BROOKSVILLE — A Tampa company that machines parts for the aerospace industry has broken ground on a new headquarters at the Hernando County Airport Corporate Park.
Intrepid Machine Inc. will move from its 9,000-square-foot facility on Race Track Road in Tampa when its 15,000-square-foot building is completed at 2305 Circuit Way. The Hernando facility, being built by Proud Pelican Construction, is expected to be operational by November.
"We're excited,'' said Hernando County business development director Mike McHugh. "It's a good, clean, high-tech manufacturing company. We're certainly still seeing this segment doing well.''
The 13-year-old business makes precision-machined aerospace components such as hydraulics, and fuel and air systems for helicopters and airplanes.
The company is owned by Paul DeSilvio, Tim Tabor and Robert Belle and has 20 full-time workers, many of whom live in Hernando County. DeSilvio lives in the area and said Wednesday that he is looking forward to a shorter commute.
DeSilvio said the business began searching for land around State Road 54 in Pasco County but prices were "outrageous.'' A neighbor told him about the industrial parks at the Hernando County Airport and he decided to check it out.
"They had land to lease, and that made it very attractive,'' he said. "We got involved with Proud Pelican and we decided that they could build us a facility to our specifications.''
The lease-to-buy clause was also attractive because the business could keep its focus where it needs to be, DeSilvio said
"It was the best way to go for us,'' he said. "We're in the business of machining parts, not real estate.''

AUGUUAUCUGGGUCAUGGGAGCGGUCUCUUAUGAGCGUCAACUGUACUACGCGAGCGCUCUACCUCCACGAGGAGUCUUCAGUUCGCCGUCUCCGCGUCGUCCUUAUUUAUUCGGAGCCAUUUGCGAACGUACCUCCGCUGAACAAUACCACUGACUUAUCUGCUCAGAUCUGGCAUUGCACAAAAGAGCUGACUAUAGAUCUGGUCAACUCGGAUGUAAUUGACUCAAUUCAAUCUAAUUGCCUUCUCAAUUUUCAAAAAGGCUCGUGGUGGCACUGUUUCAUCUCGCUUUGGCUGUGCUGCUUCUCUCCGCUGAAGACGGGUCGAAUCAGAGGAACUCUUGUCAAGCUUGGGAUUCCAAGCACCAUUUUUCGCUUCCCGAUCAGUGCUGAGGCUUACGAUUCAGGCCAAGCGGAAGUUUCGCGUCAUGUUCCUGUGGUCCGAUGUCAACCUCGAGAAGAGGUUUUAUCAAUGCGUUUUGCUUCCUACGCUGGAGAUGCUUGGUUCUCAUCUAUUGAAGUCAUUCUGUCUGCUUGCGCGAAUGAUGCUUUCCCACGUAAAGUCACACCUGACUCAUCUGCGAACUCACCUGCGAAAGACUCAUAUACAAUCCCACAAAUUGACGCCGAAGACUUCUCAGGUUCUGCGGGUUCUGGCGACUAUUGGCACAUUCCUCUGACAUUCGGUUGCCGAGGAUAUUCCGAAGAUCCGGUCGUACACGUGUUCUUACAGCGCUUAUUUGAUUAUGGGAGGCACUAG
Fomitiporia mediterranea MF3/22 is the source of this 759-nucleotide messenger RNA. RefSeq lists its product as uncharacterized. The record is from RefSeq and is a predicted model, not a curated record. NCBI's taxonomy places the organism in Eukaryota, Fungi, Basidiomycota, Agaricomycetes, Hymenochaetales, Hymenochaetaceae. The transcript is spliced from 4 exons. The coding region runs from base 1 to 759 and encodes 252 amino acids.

He also said the deal also is good because the facility has been designed to easily expand.
Although the business decided to relocate to Hernando on its own, it is the same type of manufacturing operation that another machining business in the area is trying to lure to Hernando.
As part of that effort, McHugh's office has been working with the school district to create a machining program at Nature Coast Technical High School.
"They should be able to find some extremely good workers as they continue growing,'' McHugh said.
This is the fifth or sixth similar type of business operating in the county, he said.
McHugh said that Intrepid is typical of the kinds of businesses that have come to the airport — businesses seeking to expand, but looking for an economical way to do it.
He also said the firm is demonstrating a fairly new trend.
While many industrial and manufacturing facilities have in the past located their facilities based on where there are other businesses, now some are seeking locations where the work force exists.
"That's the really interesting dynamic going on now,'' McHugh said. "It is related to commuting and the cost of it.''
Barbara Behrendt can be reached at email@example.com or (352) 848-1434.